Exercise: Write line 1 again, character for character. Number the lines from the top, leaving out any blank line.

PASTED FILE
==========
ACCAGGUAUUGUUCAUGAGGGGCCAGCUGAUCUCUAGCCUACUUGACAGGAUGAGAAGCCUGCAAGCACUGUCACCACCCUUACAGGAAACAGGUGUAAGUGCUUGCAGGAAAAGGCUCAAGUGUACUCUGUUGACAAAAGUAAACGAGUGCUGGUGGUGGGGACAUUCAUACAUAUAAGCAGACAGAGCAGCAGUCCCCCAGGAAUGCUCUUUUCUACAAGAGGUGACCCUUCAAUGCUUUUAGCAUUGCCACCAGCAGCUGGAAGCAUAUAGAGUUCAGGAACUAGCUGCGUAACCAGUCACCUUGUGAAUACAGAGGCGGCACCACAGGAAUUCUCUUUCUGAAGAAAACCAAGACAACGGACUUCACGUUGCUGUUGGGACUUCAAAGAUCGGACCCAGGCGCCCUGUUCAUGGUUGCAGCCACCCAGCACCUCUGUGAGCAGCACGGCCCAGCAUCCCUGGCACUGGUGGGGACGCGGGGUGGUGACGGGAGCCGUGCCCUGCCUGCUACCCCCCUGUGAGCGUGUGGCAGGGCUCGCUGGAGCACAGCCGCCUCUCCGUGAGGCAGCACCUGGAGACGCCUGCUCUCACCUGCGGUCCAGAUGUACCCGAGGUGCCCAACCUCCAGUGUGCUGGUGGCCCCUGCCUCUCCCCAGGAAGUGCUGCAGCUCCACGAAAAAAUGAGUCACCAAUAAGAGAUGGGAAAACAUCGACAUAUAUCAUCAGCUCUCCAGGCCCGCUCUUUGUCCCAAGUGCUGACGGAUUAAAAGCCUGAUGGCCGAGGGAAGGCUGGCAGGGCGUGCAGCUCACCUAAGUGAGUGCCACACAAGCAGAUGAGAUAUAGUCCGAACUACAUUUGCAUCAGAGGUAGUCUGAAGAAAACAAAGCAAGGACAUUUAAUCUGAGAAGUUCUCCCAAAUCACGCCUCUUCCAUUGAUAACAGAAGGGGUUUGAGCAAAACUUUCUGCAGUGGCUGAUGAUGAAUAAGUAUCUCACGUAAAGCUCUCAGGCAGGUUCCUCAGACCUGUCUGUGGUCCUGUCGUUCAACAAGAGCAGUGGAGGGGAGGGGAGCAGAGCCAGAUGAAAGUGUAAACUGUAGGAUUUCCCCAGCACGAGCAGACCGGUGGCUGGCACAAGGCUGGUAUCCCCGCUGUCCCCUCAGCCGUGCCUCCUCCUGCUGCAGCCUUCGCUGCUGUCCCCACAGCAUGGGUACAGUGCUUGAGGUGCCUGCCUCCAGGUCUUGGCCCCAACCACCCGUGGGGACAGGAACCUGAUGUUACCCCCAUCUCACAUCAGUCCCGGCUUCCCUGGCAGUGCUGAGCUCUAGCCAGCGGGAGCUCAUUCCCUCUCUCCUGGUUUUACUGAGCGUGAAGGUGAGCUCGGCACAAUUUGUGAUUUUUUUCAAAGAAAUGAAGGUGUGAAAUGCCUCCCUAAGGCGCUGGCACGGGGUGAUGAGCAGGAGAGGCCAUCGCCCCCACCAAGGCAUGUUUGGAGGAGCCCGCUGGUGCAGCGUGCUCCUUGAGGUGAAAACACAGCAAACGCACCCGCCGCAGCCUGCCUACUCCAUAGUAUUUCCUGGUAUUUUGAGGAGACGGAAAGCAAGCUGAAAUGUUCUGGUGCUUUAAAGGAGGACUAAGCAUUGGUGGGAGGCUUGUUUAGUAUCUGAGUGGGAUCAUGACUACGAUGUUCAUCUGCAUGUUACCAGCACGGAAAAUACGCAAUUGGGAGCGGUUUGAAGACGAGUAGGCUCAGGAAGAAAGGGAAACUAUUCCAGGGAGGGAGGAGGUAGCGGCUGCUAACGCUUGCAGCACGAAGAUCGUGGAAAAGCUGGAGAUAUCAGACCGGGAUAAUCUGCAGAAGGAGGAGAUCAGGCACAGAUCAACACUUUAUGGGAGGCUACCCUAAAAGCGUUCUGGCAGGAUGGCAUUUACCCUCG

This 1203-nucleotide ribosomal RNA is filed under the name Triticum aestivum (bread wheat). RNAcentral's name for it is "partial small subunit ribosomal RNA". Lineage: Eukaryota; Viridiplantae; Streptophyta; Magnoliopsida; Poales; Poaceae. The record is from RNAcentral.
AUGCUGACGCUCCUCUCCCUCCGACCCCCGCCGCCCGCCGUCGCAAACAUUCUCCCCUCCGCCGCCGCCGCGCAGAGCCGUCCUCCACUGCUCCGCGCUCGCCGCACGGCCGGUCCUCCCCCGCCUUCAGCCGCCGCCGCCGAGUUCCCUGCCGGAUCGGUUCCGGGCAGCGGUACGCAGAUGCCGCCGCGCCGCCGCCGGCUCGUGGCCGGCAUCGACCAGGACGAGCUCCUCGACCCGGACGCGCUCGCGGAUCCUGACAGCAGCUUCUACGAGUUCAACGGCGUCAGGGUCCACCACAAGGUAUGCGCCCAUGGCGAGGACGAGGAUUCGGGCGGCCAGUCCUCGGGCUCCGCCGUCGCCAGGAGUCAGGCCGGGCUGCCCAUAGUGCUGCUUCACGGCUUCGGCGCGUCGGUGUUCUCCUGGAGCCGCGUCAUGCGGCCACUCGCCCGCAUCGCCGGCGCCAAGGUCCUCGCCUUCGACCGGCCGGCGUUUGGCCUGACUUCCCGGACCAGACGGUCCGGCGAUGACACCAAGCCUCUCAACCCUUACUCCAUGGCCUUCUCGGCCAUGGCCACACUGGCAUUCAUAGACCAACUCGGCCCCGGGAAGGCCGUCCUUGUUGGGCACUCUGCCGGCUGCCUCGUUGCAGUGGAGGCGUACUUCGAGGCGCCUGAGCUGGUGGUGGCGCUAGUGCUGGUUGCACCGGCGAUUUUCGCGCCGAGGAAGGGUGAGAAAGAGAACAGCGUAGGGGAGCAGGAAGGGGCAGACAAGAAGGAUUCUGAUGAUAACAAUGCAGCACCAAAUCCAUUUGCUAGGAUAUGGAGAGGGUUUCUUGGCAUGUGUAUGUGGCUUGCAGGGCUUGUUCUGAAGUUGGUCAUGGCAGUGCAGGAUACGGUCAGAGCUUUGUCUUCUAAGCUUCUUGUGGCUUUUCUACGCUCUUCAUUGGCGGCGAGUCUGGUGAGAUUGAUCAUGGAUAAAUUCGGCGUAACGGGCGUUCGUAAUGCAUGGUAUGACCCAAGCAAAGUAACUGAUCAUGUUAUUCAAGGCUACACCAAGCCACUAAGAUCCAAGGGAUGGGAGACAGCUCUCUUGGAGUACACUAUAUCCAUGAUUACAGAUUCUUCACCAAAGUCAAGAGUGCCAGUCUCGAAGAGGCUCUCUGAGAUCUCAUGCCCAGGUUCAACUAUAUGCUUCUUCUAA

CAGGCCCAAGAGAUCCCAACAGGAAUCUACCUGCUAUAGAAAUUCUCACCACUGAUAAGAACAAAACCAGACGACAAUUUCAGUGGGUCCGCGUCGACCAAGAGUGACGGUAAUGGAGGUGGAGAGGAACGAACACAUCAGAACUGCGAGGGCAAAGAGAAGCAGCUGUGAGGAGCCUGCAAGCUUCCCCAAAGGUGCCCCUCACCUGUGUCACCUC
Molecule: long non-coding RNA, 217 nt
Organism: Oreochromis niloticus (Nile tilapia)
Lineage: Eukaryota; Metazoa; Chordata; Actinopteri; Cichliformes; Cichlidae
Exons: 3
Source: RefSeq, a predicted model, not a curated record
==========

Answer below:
ACCAGGUAUUGUUCAUGAGGGGCCAGCUGAUCUCUAGCCUACUUGACAGGAUGAGAAGCCUGCAAGCACUGUCACCACCCUUACAGGAAACAGGUGUAAGUGCUUGCAGGAAAAGGCUCAAGUGUACUCUGUUGACAAAAGUAAACGAGUGCUGGUGGUGGGGACAUUCAUACAUAUAAGCAGACAGAGCAGCAGUCCCCCAGGAAUGCUCUUUUCUACAAGAGGUGACCCUUCAAUGCUUUUAGCAUUGCCACCAGCAGCUGGAAGCAUAUAGAGUUCAGGAACUAGCUGCGUAACCAGUCACCUUGUGAAUACAGAGGCGGCACCACAGGAAUUCUCUUUCUGAAGAAAACCAAGACAACGGACUUCACGUUGCUGUUGGGACUUCAAAGAUCGGACCCAGGCGCCCUGUUCAUGGUUGCAGCCACCCAGCACCUCUGUGAGCAGCACGGCCCAGCAUCCCUGGCACUGGUGGGGACGCGGGGUGGUGACGGGAGCCGUGCCCUGCCUGCUACCCCCCUGUGAGCGUGUGGCAGGGCUCGCUGGAGCACAGCCGCCUCUCCGUGAGGCAGCACCUGGAGACGCCUGCUCUCACCUGCGGUCCAGAUGUACCCGAGGUGCCCAACCUCCAGUGUGCUGGUGGCCCCUGCCUCUCCCCAGGAAGUGCUGCAGCUCCACGAAAAAAUGAGUCACCAAUAAGAGAUGGGAAAACAUCGACAUAUAUCAUCAGCUCUCCAGGCCCGCUCUUUGUCCCAAGUGCUGACGGAUUAAAAGCCUGAUGGCCGAGGGAAGGCUGGCAGGGCGUGCAGCUCACCUAAGUGAGUGCCACACAAGCAGAUGAGAUAUAGUCCGAACUACAUUUGCAUCAGAGGUAGUCUGAAGAAAACAAAGCAAGGACAUUUAAUCUGAGAAGUUCUCCCAAAUCACGCCUCUUCCAUUGAUAACAGAAGGGGUUUGAGCAAAACUUUCUGCAGUGGCUGAUGAUGAAUAAGUAUCUCACGUAAAGCUCUCAGGCAGGUUCCUCAGACCUGUCUGUGGUCCUGUCGUUCAACAAGAGCAGUGGAGGGGAGGGGAGCAGAGCCAGAUGAAAGUGUAAACUGUAGGAUUUCCCCAGCACGAGCAGACCGGUGGCUGGCACAAGGCUGGUAUCCCCGCUGUCCCCUCAGCCGUGCCUCCUCCUGCUGCAGCCUUCGCUGCUGUCCCCACAGCAUGGGUACAGUGCUUGAGGUGCCUGCCUCCAGGUCUUGGCCCCAACCACCCGUGGGGACAGGAACCUGAUGUUACCCCCAUCUCACAUCAGUCCCGGCUUCCCUGGCAGUGCUGAGCUCUAGCCAGCGGGAGCUCAUUCCCUCUCUCCUGGUUUUACUGAGCGUGAAGGUGAGCUCGGCACAAUUUGUGAUUUUUUUCAAAGAAAUGAAGGUGUGAAAUGCCUCCCUAAGGCGCUGGCACGGGGUGAUGAGCAGGAGAGGCCAUCGCCCCCACCAAGGCAUGUUUGGAGGAGCCCGCUGGUGCAGCGUGCUCCUUGAGGUGAAAACACAGCAAACGCACCCGCCGCAGCCUGCCUACUCCAUAGUAUUUCCUGGUAUUUUGAGGAGACGGAAAGCAAGCUGAAAUGUUCUGGUGCUUUAAAGGAGGACUAAGCAUUGGUGGGAGGCUUGUUUAGUAUCUGAGUGGGAUCAUGACUACGAUGUUCAUCUGCAUGUUACCAGCACGGAAAAUACGCAAUUGGGAGCGGUUUGAAGACGAGUAGGCUCAGGAAGAAAGGGAAACUAUUCCAGGGAGGGAGGAGGUAGCGGCUGCUAACGCUUGCAGCACGAAGAUCGUGGAAAAGCUGGAGAUAUCAGACCGGGAUAAUCUGCAGAAGGAGGAGAUCAGGCACAGAUCAACACUUUAUGGGAGGCUACCCUAAAAGCGUUCUGGCAGGAUGGCAUUUACCCUCG